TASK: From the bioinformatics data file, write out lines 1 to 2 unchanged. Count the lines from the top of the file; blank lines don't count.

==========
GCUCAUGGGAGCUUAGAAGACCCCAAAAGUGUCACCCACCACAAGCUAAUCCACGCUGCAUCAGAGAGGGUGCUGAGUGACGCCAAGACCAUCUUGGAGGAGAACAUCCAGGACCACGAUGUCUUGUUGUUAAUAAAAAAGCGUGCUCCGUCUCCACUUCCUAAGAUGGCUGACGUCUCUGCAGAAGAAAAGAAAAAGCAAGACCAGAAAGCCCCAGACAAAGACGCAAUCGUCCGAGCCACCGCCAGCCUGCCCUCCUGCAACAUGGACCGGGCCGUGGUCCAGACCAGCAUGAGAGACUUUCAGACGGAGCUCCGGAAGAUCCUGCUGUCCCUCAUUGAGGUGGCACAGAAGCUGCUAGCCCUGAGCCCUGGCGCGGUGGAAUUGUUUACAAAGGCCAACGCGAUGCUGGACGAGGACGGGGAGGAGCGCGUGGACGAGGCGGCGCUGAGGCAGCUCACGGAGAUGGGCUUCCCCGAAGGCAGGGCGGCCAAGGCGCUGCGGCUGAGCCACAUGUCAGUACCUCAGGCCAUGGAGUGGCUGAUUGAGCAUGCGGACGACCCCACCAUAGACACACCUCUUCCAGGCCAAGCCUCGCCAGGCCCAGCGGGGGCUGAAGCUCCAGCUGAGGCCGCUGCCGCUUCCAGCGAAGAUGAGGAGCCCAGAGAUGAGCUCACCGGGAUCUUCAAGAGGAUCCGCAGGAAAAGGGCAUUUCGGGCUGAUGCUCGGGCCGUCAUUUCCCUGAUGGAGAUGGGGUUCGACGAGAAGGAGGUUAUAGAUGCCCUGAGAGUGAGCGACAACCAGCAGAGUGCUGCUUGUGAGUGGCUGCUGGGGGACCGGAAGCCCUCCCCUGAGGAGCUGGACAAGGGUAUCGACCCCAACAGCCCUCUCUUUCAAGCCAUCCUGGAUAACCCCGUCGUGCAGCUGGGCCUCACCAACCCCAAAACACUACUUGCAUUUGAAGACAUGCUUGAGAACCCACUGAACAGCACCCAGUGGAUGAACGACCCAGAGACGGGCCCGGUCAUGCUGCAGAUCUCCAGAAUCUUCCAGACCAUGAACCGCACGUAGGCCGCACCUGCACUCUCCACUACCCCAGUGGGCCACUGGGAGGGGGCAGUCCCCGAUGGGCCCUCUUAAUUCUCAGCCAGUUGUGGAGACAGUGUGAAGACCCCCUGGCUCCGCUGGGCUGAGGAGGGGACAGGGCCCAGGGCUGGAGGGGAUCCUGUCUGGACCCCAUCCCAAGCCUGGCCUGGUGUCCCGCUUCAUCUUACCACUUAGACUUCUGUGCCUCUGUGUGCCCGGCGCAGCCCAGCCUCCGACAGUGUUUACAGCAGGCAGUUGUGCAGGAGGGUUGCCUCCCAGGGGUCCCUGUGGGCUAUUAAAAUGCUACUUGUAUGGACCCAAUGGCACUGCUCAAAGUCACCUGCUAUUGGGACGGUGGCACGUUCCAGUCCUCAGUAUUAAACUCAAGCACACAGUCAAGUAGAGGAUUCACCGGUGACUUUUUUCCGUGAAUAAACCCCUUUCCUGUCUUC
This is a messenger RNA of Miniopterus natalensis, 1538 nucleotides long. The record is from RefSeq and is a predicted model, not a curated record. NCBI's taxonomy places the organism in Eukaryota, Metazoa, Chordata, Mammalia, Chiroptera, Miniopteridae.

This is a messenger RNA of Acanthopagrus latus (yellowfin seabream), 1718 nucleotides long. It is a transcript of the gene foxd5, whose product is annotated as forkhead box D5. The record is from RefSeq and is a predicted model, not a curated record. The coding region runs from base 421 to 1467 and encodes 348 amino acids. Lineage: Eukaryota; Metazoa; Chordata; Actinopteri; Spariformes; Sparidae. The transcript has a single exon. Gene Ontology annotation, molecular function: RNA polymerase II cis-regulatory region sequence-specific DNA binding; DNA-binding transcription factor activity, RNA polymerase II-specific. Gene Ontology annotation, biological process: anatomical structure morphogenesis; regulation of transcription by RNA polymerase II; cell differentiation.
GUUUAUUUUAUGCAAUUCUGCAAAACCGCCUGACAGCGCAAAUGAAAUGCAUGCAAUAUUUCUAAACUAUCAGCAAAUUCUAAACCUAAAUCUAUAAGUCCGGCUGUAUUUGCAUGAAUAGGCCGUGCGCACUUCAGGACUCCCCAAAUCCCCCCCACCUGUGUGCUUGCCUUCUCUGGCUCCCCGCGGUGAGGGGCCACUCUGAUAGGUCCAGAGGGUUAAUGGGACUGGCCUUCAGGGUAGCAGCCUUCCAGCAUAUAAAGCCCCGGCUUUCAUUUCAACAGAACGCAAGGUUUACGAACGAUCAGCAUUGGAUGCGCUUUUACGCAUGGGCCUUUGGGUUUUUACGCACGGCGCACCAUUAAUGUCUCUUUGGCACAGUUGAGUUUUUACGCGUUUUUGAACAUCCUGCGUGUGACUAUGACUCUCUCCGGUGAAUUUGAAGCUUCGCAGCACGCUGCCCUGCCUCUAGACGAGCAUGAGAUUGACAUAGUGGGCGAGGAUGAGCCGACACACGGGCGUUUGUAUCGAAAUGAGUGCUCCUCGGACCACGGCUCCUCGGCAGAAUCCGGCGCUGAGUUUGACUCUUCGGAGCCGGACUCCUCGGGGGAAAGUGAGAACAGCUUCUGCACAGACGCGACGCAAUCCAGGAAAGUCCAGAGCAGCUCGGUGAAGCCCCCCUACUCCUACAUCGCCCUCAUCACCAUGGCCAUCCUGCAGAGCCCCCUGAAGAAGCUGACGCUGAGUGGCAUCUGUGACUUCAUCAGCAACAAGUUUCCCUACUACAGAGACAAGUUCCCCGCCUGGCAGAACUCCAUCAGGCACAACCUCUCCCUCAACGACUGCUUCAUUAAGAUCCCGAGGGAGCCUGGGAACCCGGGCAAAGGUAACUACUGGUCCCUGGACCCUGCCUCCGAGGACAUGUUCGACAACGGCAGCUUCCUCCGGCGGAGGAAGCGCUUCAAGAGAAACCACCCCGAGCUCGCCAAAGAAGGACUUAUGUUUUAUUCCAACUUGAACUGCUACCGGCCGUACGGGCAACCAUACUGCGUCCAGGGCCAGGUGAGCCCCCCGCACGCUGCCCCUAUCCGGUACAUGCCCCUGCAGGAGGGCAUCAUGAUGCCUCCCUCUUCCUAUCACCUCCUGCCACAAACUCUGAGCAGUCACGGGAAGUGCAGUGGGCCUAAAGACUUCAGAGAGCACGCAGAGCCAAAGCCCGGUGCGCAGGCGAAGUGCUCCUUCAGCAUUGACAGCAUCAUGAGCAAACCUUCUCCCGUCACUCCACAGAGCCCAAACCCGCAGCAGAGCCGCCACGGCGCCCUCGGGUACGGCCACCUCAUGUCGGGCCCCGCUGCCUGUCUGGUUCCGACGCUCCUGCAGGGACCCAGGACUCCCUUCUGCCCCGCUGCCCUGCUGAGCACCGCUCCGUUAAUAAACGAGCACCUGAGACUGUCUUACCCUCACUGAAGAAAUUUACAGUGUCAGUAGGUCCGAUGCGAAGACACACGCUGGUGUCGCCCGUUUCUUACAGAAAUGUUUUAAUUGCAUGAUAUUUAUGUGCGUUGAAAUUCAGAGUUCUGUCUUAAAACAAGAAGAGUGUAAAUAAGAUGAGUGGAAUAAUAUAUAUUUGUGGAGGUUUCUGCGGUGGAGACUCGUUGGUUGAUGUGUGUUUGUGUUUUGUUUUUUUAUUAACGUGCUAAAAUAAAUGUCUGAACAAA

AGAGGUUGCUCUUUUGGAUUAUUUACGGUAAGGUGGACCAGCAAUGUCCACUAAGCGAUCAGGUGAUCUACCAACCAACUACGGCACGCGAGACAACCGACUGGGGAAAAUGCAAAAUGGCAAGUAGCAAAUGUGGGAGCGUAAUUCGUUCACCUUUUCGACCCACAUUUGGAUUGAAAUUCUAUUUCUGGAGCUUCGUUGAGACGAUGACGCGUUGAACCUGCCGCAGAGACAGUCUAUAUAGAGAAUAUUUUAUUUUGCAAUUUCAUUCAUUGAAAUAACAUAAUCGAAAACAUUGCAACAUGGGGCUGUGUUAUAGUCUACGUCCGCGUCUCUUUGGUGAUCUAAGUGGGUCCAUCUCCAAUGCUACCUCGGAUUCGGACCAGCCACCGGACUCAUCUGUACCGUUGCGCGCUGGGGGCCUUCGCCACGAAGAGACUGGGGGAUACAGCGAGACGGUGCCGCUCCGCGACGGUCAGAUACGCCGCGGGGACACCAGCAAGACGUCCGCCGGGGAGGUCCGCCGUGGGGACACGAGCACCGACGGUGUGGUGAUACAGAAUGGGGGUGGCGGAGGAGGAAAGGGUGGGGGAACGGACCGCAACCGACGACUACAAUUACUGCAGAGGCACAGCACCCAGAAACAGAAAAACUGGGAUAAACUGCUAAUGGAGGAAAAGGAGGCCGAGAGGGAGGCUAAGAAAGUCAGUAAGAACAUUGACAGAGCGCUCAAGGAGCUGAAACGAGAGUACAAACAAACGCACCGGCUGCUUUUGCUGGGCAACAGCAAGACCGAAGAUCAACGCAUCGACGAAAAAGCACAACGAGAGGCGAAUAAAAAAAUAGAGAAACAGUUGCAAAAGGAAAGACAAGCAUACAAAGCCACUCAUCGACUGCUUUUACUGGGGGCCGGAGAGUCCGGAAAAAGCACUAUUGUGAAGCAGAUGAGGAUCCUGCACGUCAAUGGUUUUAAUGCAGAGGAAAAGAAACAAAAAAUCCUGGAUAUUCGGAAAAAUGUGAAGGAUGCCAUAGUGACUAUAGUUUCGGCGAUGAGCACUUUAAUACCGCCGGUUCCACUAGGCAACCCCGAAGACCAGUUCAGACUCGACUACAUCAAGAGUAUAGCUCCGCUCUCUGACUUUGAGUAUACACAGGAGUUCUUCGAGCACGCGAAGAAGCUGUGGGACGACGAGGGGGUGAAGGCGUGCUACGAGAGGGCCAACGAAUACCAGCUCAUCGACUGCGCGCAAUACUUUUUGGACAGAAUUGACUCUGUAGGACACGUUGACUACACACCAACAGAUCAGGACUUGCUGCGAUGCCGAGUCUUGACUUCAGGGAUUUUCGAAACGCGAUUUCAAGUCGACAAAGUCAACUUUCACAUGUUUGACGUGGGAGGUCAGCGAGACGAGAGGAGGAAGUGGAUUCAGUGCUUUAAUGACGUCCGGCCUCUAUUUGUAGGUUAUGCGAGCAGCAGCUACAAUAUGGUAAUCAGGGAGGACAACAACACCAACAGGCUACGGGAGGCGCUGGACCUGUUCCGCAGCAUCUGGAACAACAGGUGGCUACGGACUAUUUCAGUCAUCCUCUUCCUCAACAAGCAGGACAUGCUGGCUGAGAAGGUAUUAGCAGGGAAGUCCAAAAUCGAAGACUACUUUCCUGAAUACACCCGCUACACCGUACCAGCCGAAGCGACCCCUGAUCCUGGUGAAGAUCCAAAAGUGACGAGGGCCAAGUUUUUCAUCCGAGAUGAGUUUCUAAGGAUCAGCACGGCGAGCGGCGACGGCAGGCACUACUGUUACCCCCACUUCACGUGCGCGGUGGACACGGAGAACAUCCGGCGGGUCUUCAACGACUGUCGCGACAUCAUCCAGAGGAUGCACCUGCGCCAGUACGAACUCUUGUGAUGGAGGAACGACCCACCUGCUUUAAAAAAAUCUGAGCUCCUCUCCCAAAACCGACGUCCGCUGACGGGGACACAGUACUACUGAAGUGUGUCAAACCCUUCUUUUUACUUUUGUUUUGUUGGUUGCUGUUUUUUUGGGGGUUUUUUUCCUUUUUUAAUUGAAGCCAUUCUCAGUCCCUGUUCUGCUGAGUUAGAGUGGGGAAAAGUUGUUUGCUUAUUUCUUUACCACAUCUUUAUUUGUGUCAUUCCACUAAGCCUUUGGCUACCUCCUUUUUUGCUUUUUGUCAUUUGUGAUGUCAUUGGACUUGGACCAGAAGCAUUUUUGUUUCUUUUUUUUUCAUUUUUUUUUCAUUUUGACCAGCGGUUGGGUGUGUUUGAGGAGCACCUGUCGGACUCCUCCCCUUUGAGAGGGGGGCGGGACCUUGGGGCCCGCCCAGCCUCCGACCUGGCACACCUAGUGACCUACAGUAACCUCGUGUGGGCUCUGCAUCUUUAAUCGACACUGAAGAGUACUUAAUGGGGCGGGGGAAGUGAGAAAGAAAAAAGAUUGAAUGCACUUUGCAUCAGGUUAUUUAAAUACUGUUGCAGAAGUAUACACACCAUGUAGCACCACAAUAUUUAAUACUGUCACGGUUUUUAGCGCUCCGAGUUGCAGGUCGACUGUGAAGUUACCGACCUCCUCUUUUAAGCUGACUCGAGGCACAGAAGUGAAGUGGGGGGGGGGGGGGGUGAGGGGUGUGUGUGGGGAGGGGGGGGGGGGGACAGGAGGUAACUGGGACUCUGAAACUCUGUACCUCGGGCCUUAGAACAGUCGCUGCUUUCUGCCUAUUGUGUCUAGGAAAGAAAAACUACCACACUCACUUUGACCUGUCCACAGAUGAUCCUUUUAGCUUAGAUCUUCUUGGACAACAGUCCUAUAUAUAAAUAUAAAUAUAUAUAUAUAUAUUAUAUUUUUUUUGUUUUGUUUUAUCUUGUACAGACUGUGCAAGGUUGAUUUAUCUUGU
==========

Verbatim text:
GCUCAUGGGAGCUUAGAAGACCCCAAAAGUGUCACCCACCACAAGCUAAUCCACGCUGCAUCAGAGAGGGUGCUGAGUGACGCCAAGACCAUCUUGGAGGAGAACAUCCAGGACCACGAUGUCUUGUUGUUAAUAAAAAAGCGUGCUCCGUCUCCACUUCCUAAGAUGGCUGACGUCUCUGCAGAAGAAAAGAAAAAGCAAGACCAGAAAGCCCCAGACAAAGACGCAAUCGUCCGAGCCACCGCCAGCCUGCCCUCCUGCAACAUGGACCGGGCCGUGGUCCAGACCAGCAUGAGAGACUUUCAGACGGAGCUCCGGAAGAUCCUGCUGUCCCUCAUUGAGGUGGCACAGAAGCUGCUAGCCCUGAGCCCUGGCGCGGUGGAAUUGUUUACAAAGGCCAACGCGAUGCUGGACGAGGACGGGGAGGAGCGCGUGGACGAGGCGGCGCUGAGGCAGCUCACGGAGAUGGGCUUCCCCGAAGGCAGGGCGGCCAAGGCGCUGCGGCUGAGCCACAUGUCAGUACCUCAGGCCAUGGAGUGGCUGAUUGAGCAUGCGGACGACCCCACCAUAGACACACCUCUUCCAGGCCAAGCCUCGCCAGGCCCAGCGGGGGCUGAAGCUCCAGCUGAGGCCGCUGCCGCUUCCAGCGAAGAUGAGGAGCCCAGAGAUGAGCUCACCGGGAUCUUCAAGAGGAUCCGCAGGAAAAGGGCAUUUCGGGCUGAUGCUCGGGCCGUCAUUUCCCUGAUGGAGAUGGGGUUCGACGAGAAGGAGGUUAUAGAUGCCCUGAGAGUGAGCGACAACCAGCAGAGUGCUGCUUGUGAGUGGCUGCUGGGGGACCGGAAGCCCUCCCCUGAGGAGCUGGACAAGGGUAUCGACCCCAACAGCCCUCUCUUUCAAGCCAUCCUGGAUAACCCCGUCGUGCAGCUGGGCCUCACCAACCCCAAAACACUACUUGCAUUUGAAGACAUGCUUGAGAACCCACUGAACAGCACCCAGUGGAUGAACGACCCAGAGACGGGCCCGGUCAUGCUGCAGAUCUCCAGAAUCUUCCAGACCAUGAACCGCACGUAGGCCGCACCUGCACUCUCCACUACCCCAGUGGGCCACUGGGAGGGGGCAGUCCCCGAUGGGCCCUCUUAAUUCUCAGCCAGUUGUGGAGACAGUGUGAAGACCCCCUGGCUCCGCUGGGCUGAGGAGGGGACAGGGCCCAGGGCUGGAGGGGAUCCUGUCUGGACCCCAUCCCAAGCCUGGCCUGGUGUCCCGCUUCAUCUUACCACUUAGACUUCUGUGCCUCUGUGUGCCCGGCGCAGCCCAGCCUCCGACAGUGUUUACAGCAGGCAGUUGUGCAGGAGGGUUGCCUCCCAGGGGUCCCUGUGGGCUAUUAAAAUGCUACUUGUAUGGACCCAAUGGCACUGCUCAAAGUCACCUGCUAUUGGGACGGUGGCACGUUCCAGUCCUCAGUAUUAAACUCAAGCACACAGUCAAGUAGAGGAUUCACCGGUGACUUUUUUCCGUGAAUAAACCCCUUUCCUGUCUUC
This is a messenger RNA of Miniopterus natalensis, 1538 nucleotides long. The record is from RefSeq and is a predicted model, not a curated record. NCBI's taxonomy places the organism in Eukaryota, Metazoa, Chordata, Mammalia, Chiroptera, Miniopteridae.